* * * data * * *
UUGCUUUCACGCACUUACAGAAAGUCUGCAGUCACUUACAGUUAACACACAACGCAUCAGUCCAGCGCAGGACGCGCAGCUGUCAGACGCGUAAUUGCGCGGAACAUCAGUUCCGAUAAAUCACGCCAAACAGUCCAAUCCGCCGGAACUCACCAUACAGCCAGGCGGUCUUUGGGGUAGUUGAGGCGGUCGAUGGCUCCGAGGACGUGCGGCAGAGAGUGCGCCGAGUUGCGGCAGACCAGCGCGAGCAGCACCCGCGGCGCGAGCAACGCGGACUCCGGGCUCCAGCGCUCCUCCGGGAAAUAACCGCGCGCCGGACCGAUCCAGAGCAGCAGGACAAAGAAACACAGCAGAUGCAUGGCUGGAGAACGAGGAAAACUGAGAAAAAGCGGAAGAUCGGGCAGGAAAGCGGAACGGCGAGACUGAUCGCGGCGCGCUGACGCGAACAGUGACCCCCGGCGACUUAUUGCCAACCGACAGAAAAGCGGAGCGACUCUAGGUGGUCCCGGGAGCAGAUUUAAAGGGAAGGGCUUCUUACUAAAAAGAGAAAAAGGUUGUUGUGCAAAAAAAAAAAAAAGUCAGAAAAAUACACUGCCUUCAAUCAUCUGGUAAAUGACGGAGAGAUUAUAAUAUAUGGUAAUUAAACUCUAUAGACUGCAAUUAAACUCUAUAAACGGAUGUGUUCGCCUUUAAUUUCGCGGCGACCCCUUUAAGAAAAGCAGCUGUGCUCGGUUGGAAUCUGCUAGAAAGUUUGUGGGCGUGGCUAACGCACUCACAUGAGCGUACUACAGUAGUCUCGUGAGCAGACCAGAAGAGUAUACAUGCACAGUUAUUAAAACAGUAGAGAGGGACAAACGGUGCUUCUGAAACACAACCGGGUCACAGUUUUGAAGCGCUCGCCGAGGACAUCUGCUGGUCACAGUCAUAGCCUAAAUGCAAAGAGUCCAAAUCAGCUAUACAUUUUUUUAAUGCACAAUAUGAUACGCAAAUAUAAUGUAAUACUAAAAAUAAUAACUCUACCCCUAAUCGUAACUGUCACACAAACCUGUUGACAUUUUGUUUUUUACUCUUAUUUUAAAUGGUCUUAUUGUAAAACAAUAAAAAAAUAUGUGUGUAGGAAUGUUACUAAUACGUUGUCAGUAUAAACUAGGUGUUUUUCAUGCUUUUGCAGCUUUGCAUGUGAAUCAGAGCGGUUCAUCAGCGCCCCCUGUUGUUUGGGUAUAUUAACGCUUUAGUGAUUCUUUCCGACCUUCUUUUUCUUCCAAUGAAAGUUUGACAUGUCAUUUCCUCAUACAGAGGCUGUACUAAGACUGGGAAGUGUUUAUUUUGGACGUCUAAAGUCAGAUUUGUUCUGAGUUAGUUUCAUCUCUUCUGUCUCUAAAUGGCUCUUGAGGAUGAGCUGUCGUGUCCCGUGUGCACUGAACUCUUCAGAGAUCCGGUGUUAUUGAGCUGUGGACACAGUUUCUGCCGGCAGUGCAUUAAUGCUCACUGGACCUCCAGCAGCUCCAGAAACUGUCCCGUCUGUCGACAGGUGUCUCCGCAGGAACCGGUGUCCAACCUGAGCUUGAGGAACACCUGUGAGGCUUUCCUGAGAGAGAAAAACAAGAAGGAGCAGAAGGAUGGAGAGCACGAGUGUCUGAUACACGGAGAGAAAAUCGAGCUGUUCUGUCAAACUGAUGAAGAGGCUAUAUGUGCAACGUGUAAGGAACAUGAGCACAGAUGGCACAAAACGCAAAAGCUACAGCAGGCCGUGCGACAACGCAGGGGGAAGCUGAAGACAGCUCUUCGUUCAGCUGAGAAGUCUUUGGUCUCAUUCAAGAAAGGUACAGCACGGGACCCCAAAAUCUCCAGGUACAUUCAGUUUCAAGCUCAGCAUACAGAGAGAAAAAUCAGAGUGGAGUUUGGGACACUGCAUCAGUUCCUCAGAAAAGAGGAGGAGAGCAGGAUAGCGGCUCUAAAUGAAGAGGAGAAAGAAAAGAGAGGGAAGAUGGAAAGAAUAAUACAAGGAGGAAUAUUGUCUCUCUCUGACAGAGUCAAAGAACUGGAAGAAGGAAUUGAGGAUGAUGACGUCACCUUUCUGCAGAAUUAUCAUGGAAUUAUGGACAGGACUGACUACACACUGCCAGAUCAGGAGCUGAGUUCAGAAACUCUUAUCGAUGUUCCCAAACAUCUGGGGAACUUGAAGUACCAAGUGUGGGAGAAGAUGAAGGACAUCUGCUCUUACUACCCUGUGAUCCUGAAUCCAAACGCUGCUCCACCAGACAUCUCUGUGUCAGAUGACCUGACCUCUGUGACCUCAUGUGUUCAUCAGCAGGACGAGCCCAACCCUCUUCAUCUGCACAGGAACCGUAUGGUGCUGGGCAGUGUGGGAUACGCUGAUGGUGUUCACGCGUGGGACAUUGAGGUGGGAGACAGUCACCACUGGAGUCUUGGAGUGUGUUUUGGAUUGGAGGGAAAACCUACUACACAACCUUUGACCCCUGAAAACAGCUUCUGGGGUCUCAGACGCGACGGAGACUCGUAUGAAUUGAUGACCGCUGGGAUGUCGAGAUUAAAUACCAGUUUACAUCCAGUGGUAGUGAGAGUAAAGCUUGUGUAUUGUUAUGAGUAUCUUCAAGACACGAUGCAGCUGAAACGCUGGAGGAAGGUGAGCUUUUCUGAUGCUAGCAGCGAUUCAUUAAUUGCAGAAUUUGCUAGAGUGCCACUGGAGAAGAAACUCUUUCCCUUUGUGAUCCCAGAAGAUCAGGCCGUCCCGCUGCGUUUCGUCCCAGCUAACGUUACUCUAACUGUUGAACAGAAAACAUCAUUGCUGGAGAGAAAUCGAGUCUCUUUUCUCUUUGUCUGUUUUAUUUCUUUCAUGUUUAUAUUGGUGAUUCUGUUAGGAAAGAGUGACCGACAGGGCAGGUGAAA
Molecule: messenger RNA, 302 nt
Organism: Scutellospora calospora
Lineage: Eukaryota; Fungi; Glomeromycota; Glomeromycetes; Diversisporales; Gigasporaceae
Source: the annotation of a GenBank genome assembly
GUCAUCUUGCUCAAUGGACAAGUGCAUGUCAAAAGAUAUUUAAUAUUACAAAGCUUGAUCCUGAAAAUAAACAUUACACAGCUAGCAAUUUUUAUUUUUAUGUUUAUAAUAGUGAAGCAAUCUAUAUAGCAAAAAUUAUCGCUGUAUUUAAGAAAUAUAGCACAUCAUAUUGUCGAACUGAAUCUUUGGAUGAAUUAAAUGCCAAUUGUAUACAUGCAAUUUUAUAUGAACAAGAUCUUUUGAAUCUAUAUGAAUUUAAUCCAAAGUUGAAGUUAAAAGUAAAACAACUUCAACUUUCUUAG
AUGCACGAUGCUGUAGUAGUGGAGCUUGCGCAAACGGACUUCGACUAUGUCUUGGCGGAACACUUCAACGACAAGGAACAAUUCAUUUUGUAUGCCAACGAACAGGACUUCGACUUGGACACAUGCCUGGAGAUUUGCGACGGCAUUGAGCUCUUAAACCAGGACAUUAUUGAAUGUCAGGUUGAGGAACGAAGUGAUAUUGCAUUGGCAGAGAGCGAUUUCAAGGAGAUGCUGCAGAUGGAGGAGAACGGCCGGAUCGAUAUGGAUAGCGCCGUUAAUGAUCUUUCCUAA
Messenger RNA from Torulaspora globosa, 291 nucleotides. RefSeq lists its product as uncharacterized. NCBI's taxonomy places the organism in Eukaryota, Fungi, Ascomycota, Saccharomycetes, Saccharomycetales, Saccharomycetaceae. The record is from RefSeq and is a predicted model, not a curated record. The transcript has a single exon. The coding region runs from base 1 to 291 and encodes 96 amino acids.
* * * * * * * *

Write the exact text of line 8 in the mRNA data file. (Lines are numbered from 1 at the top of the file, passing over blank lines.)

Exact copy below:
Messenger RNA from Torulaspora globosa, 291 nucleotides. RefSeq lists its product as uncharacterized. NCBI's taxonomy places the organism in Eukaryota, Fungi, Ascomycota, Saccharomycetes, Saccharomycetales, Saccharomycetaceae. The record is from RefSeq and is a predicted model, not a curated record. The transcript has a single exon. The coding region runs from base 1 to 291 and encodes 96 amino acids.